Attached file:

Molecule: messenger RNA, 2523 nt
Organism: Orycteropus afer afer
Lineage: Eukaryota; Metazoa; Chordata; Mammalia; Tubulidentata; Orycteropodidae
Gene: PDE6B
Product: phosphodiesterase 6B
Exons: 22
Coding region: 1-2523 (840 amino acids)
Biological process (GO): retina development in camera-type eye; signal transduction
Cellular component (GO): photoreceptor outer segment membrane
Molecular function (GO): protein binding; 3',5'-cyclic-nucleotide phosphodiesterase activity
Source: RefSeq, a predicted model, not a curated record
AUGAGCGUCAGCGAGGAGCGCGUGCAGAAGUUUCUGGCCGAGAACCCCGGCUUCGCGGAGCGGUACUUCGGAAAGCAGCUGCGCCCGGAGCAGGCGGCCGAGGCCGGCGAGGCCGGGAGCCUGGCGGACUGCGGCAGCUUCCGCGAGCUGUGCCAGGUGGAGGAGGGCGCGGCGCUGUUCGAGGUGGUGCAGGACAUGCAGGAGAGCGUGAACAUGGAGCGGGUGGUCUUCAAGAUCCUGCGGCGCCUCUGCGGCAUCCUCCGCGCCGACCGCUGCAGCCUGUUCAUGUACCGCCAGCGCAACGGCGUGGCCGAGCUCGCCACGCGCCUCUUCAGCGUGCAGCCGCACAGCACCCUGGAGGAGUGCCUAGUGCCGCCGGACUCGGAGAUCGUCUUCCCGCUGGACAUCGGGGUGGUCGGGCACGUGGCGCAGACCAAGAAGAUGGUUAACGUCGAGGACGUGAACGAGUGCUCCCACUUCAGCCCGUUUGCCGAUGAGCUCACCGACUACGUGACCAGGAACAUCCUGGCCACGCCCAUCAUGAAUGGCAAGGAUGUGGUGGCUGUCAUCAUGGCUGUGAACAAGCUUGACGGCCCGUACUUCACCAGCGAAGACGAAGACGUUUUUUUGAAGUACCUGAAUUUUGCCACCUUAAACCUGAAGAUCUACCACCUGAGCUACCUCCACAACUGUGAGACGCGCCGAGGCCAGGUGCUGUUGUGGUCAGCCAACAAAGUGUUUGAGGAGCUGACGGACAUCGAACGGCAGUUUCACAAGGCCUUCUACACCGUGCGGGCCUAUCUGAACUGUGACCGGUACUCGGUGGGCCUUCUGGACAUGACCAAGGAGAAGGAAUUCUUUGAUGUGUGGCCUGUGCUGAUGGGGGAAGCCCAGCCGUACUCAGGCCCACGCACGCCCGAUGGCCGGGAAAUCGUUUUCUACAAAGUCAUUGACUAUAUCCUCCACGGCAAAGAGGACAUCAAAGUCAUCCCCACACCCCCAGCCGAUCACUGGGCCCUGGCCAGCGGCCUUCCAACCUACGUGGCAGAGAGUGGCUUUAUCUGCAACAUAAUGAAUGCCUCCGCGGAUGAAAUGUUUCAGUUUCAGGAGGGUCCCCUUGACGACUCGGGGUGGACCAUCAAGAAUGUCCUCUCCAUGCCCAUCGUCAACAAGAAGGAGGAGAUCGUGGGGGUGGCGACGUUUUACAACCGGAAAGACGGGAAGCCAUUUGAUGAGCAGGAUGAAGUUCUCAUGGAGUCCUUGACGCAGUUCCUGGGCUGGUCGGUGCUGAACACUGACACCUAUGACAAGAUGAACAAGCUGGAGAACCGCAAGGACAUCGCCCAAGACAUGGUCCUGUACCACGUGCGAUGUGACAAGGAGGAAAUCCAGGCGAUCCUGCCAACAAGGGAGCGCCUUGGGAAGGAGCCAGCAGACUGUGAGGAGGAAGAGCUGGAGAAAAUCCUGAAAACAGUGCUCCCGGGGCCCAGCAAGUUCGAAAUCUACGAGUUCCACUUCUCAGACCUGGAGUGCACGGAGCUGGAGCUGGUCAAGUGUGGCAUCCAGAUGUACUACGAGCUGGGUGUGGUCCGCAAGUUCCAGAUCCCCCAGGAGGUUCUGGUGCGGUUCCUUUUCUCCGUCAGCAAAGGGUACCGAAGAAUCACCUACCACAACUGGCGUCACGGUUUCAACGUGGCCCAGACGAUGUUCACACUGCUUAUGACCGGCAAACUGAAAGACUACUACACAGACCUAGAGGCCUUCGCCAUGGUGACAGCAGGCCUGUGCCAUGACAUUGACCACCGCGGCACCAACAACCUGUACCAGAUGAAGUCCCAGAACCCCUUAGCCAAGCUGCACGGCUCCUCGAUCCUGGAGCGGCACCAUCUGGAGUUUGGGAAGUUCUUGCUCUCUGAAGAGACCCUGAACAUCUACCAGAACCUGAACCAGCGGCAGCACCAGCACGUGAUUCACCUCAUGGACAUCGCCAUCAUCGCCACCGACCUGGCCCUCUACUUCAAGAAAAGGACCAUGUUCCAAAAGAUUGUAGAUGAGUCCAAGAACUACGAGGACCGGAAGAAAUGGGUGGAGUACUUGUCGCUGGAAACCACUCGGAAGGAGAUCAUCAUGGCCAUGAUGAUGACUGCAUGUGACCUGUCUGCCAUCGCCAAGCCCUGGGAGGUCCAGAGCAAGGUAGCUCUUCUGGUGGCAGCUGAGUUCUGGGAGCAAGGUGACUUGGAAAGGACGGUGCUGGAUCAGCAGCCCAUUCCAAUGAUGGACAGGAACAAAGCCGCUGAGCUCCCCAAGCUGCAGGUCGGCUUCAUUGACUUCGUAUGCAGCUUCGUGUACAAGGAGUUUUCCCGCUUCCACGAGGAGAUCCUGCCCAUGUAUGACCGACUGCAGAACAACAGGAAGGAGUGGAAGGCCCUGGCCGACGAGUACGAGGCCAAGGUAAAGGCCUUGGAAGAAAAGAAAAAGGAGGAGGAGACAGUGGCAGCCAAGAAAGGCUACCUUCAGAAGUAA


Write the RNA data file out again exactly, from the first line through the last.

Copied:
Molecule: messenger RNA, 2523 nt
Organism: Orycteropus afer afer
Lineage: Eukaryota; Metazoa; Chordata; Mammalia; Tubulidentata; Orycteropodidae
Gene: PDE6B
Product: phosphodiesterase 6B
Exons: 22
Coding region: 1-2523 (840 amino acids)
Biological process (GO): retina development in camera-type eye; signal transduction
Cellular component (GO): photoreceptor outer segment membrane
Molecular function (GO): protein binding; 3',5'-cyclic-nucleotide phosphodiesterase activity
Source: RefSeq, a predicted model, not a curated record
AUGAGCGUCAGCGAGGAGCGCGUGCAGAAGUUUCUGGCCGAGAACCCCGGCUUCGCGGAGCGGUACUUCGGAAAGCAGCUGCGCCCGGAGCAGGCGGCCGAGGCCGGCGAGGCCGGGAGCCUGGCGGACUGCGGCAGCUUCCGCGAGCUGUGCCAGGUGGAGGAGGGCGCGGCGCUGUUCGAGGUGGUGCAGGACAUGCAGGAGAGCGUGAACAUGGAGCGGGUGGUCUUCAAGAUCCUGCGGCGCCUCUGCGGCAUCCUCCGCGCCGACCGCUGCAGCCUGUUCAUGUACCGCCAGCGCAACGGCGUGGCCGAGCUCGCCACGCGCCUCUUCAGCGUGCAGCCGCACAGCACCCUGGAGGAGUGCCUAGUGCCGCCGGACUCGGAGAUCGUCUUCCCGCUGGACAUCGGGGUGGUCGGGCACGUGGCGCAGACCAAGAAGAUGGUUAACGUCGAGGACGUGAACGAGUGCUCCCACUUCAGCCCGUUUGCCGAUGAGCUCACCGACUACGUGACCAGGAACAUCCUGGCCACGCCCAUCAUGAAUGGCAAGGAUGUGGUGGCUGUCAUCAUGGCUGUGAACAAGCUUGACGGCCCGUACUUCACCAGCGAAGACGAAGACGUUUUUUUGAAGUACCUGAAUUUUGCCACCUUAAACCUGAAGAUCUACCACCUGAGCUACCUCCACAACUGUGAGACGCGCCGAGGCCAGGUGCUGUUGUGGUCAGCCAACAAAGUGUUUGAGGAGCUGACGGACAUCGAACGGCAGUUUCACAAGGCCUUCUACACCGUGCGGGCCUAUCUGAACUGUGACCGGUACUCGGUGGGCCUUCUGGACAUGACCAAGGAGAAGGAAUUCUUUGAUGUGUGGCCUGUGCUGAUGGGGGAAGCCCAGCCGUACUCAGGCCCACGCACGCCCGAUGGCCGGGAAAUCGUUUUCUACAAAGUCAUUGACUAUAUCCUCCACGGCAAAGAGGACAUCAAAGUCAUCCCCACACCCCCAGCCGAUCACUGGGCCCUGGCCAGCGGCCUUCCAACCUACGUGGCAGAGAGUGGCUUUAUCUGCAACAUAAUGAAUGCCUCCGCGGAUGAAAUGUUUCAGUUUCAGGAGGGUCCCCUUGACGACUCGGGGUGGACCAUCAAGAAUGUCCUCUCCAUGCCCAUCGUCAACAAGAAGGAGGAGAUCGUGGGGGUGGCGACGUUUUACAACCGGAAAGACGGGAAGCCAUUUGAUGAGCAGGAUGAAGUUCUCAUGGAGUCCUUGACGCAGUUCCUGGGCUGGUCGGUGCUGAACACUGACACCUAUGACAAGAUGAACAAGCUGGAGAACCGCAAGGACAUCGCCCAAGACAUGGUCCUGUACCACGUGCGAUGUGACAAGGAGGAAAUCCAGGCGAUCCUGCCAACAAGGGAGCGCCUUGGGAAGGAGCCAGCAGACUGUGAGGAGGAAGAGCUGGAGAAAAUCCUGAAAACAGUGCUCCCGGGGCCCAGCAAGUUCGAAAUCUACGAGUUCCACUUCUCAGACCUGGAGUGCACGGAGCUGGAGCUGGUCAAGUGUGGCAUCCAGAUGUACUACGAGCUGGGUGUGGUCCGCAAGUUCCAGAUCCCCCAGGAGGUUCUGGUGCGGUUCCUUUUCUCCGUCAGCAAAGGGUACCGAAGAAUCACCUACCACAACUGGCGUCACGGUUUCAACGUGGCCCAGACGAUGUUCACACUGCUUAUGACCGGCAAACUGAAAGACUACUACACAGACCUAGAGGCCUUCGCCAUGGUGACAGCAGGCCUGUGCCAUGACAUUGACCACCGCGGCACCAACAACCUGUACCAGAUGAAGUCCCAGAACCCCUUAGCCAAGCUGCACGGCUCCUCGAUCCUGGAGCGGCACCAUCUGGAGUUUGGGAAGUUCUUGCUCUCUGAAGAGACCCUGAACAUCUACCAGAACCUGAACCAGCGGCAGCACCAGCACGUGAUUCACCUCAUGGACAUCGCCAUCAUCGCCACCGACCUGGCCCUCUACUUCAAGAAAAGGACCAUGUUCCAAAAGAUUGUAGAUGAGUCCAAGAACUACGAGGACCGGAAGAAAUGGGUGGAGUACUUGUCGCUGGAAACCACUCGGAAGGAGAUCAUCAUGGCCAUGAUGAUGACUGCAUGUGACCUGUCUGCCAUCGCCAAGCCCUGGGAGGUCCAGAGCAAGGUAGCUCUUCUGGUGGCAGCUGAGUUCUGGGAGCAAGGUGACUUGGAAAGGACGGUGCUGGAUCAGCAGCCCAUUCCAAUGAUGGACAGGAACAAAGCCGCUGAGCUCCCCAAGCUGCAGGUCGGCUUCAUUGACUUCGUAUGCAGCUUCGUGUACAAGGAGUUUUCCCGCUUCCACGAGGAGAUCCUGCCCAUGUAUGACCGACUGCAGAACAACAGGAAGGAGUGGAAGGCCCUGGCCGACGAGUACGAGGCCAAGGUAAAGGCCUUGGAAGAAAAGAAAAAGGAGGAGGAGACAGUGGCAGCCAAGAAAGGCUACCUUCAGAAGUAA